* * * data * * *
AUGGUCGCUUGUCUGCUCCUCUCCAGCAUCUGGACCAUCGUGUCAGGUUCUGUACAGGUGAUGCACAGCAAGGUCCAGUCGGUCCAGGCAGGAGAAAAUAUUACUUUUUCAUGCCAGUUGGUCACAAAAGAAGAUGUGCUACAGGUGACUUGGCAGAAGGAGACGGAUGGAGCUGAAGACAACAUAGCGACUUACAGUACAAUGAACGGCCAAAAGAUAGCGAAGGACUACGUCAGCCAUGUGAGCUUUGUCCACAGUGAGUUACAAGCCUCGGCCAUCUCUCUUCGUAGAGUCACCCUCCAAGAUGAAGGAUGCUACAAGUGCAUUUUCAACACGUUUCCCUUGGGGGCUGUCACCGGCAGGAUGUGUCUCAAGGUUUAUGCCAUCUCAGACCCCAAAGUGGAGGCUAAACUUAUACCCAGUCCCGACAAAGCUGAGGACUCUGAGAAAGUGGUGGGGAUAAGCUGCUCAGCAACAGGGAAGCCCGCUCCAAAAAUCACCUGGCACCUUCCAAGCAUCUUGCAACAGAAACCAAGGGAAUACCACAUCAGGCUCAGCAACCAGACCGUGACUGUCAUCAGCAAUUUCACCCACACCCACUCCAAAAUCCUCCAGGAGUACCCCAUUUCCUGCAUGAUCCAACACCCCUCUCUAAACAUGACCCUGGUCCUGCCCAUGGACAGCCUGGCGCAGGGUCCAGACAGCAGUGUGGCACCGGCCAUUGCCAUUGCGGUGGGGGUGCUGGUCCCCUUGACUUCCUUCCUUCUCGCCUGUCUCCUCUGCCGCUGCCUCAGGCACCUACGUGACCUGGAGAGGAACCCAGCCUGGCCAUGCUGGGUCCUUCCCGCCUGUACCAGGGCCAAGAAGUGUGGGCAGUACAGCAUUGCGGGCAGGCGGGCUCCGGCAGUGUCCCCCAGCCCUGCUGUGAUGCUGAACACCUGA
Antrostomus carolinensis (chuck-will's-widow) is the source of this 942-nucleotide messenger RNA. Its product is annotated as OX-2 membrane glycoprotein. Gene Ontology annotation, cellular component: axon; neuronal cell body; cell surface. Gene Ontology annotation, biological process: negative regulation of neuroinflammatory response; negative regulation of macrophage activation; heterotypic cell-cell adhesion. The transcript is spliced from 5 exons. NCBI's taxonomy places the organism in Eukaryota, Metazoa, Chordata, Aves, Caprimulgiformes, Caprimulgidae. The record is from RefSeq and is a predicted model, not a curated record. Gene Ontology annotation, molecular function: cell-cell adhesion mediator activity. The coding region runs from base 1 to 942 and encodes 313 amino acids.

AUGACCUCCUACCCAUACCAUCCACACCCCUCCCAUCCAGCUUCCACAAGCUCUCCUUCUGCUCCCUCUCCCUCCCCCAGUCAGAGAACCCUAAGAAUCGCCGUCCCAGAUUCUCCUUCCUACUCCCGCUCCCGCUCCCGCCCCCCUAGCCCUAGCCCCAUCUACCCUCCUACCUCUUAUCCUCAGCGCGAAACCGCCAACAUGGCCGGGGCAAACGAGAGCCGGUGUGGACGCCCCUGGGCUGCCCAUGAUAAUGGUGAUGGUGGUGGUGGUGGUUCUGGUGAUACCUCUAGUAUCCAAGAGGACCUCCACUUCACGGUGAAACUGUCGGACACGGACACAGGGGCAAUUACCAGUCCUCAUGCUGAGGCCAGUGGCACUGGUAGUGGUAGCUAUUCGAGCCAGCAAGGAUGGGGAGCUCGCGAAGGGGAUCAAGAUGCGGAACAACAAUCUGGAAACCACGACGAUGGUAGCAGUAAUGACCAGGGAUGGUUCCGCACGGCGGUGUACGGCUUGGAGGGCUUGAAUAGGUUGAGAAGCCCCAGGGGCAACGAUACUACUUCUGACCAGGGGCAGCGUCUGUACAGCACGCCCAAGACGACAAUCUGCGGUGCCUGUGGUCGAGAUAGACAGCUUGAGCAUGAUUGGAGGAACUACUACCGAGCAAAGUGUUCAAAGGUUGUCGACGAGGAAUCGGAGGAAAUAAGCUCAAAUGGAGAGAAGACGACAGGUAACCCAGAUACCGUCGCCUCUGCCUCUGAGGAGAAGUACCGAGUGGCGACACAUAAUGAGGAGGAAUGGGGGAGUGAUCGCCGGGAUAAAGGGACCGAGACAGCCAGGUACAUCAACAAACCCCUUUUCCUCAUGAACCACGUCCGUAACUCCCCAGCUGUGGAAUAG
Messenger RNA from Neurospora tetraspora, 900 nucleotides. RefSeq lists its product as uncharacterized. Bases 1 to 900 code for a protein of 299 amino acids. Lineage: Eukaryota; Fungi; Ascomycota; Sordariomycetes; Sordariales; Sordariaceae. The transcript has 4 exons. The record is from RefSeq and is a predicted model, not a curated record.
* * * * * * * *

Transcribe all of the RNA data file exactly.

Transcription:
AUGGUCGCUUGUCUGCUCCUCUCCAGCAUCUGGACCAUCGUGUCAGGUUCUGUACAGGUGAUGCACAGCAAGGUCCAGUCGGUCCAGGCAGGAGAAAAUAUUACUUUUUCAUGCCAGUUGGUCACAAAAGAAGAUGUGCUACAGGUGACUUGGCAGAAGGAGACGGAUGGAGCUGAAGACAACAUAGCGACUUACAGUACAAUGAACGGCCAAAAGAUAGCGAAGGACUACGUCAGCCAUGUGAGCUUUGUCCACAGUGAGUUACAAGCCUCGGCCAUCUCUCUUCGUAGAGUCACCCUCCAAGAUGAAGGAUGCUACAAGUGCAUUUUCAACACGUUUCCCUUGGGGGCUGUCACCGGCAGGAUGUGUCUCAAGGUUUAUGCCAUCUCAGACCCCAAAGUGGAGGCUAAACUUAUACCCAGUCCCGACAAAGCUGAGGACUCUGAGAAAGUGGUGGGGAUAAGCUGCUCAGCAACAGGGAAGCCCGCUCCAAAAAUCACCUGGCACCUUCCAAGCAUCUUGCAACAGAAACCAAGGGAAUACCACAUCAGGCUCAGCAACCAGACCGUGACUGUCAUCAGCAAUUUCACCCACACCCACUCCAAAAUCCUCCAGGAGUACCCCAUUUCCUGCAUGAUCCAACACCCCUCUCUAAACAUGACCCUGGUCCUGCCCAUGGACAGCCUGGCGCAGGGUCCAGACAGCAGUGUGGCACCGGCCAUUGCCAUUGCGGUGGGGGUGCUGGUCCCCUUGACUUCCUUCCUUCUCGCCUGUCUCCUCUGCCGCUGCCUCAGGCACCUACGUGACCUGGAGAGGAACCCAGCCUGGCCAUGCUGGGUCCUUCCCGCCUGUACCAGGGCCAAGAAGUGUGGGCAGUACAGCAUUGCGGGCAGGCGGGCUCCGGCAGUGUCCCCCAGCCCUGCUGUGAUGCUGAACACCUGA
Antrostomus carolinensis (chuck-will's-widow) is the source of this 942-nucleotide messenger RNA. Its product is annotated as OX-2 membrane glycoprotein. Gene Ontology annotation, cellular component: axon; neuronal cell body; cell surface. Gene Ontology annotation, biological process: negative regulation of neuroinflammatory response; negative regulation of macrophage activation; heterotypic cell-cell adhesion. The transcript is spliced from 5 exons. NCBI's taxonomy places the organism in Eukaryota, Metazoa, Chordata, Aves, Caprimulgiformes, Caprimulgidae. The record is from RefSeq and is a predicted model, not a curated record. Gene Ontology annotation, molecular function: cell-cell adhesion mediator activity. The coding region runs from base 1 to 942 and encodes 313 amino acids.

AUGACCUCCUACCCAUACCAUCCACACCCCUCCCAUCCAGCUUCCACAAGCUCUCCUUCUGCUCCCUCUCCCUCCCCCAGUCAGAGAACCCUAAGAAUCGCCGUCCCAGAUUCUCCUUCCUACUCCCGCUCCCGCUCCCGCCCCCCUAGCCCUAGCCCCAUCUACCCUCCUACCUCUUAUCCUCAGCGCGAAACCGCCAACAUGGCCGGGGCAAACGAGAGCCGGUGUGGACGCCCCUGGGCUGCCCAUGAUAAUGGUGAUGGUGGUGGUGGUGGUUCUGGUGAUACCUCUAGUAUCCAAGAGGACCUCCACUUCACGGUGAAACUGUCGGACACGGACACAGGGGCAAUUACCAGUCCUCAUGCUGAGGCCAGUGGCACUGGUAGUGGUAGCUAUUCGAGCCAGCAAGGAUGGGGAGCUCGCGAAGGGGAUCAAGAUGCGGAACAACAAUCUGGAAACCACGACGAUGGUAGCAGUAAUGACCAGGGAUGGUUCCGCACGGCGGUGUACGGCUUGGAGGGCUUGAAUAGGUUGAGAAGCCCCAGGGGCAACGAUACUACUUCUGACCAGGGGCAGCGUCUGUACAGCACGCCCAAGACGACAAUCUGCGGUGCCUGUGGUCGAGAUAGACAGCUUGAGCAUGAUUGGAGGAACUACUACCGAGCAAAGUGUUCAAAGGUUGUCGACGAGGAAUCGGAGGAAAUAAGCUCAAAUGGAGAGAAGACGACAGGUAACCCAGAUACCGUCGCCUCUGCCUCUGAGGAGAAGUACCGAGUGGCGACACAUAAUGAGGAGGAAUGGGGGAGUGAUCGCCGGGAUAAAGGGACCGAGACAGCCAGGUACAUCAACAAACCCCUUUUCCUCAUGAACCACGUCCGUAACUCCCCAGCUGUGGAAUAG
Messenger RNA from Neurospora tetraspora, 900 nucleotides. RefSeq lists its product as uncharacterized. Bases 1 to 900 code for a protein of 299 amino acids. Lineage: Eukaryota; Fungi; Ascomycota; Sordariomycetes; Sordariales; Sordariaceae. The transcript has 4 exons. The record is from RefSeq and is a predicted model, not a curated record.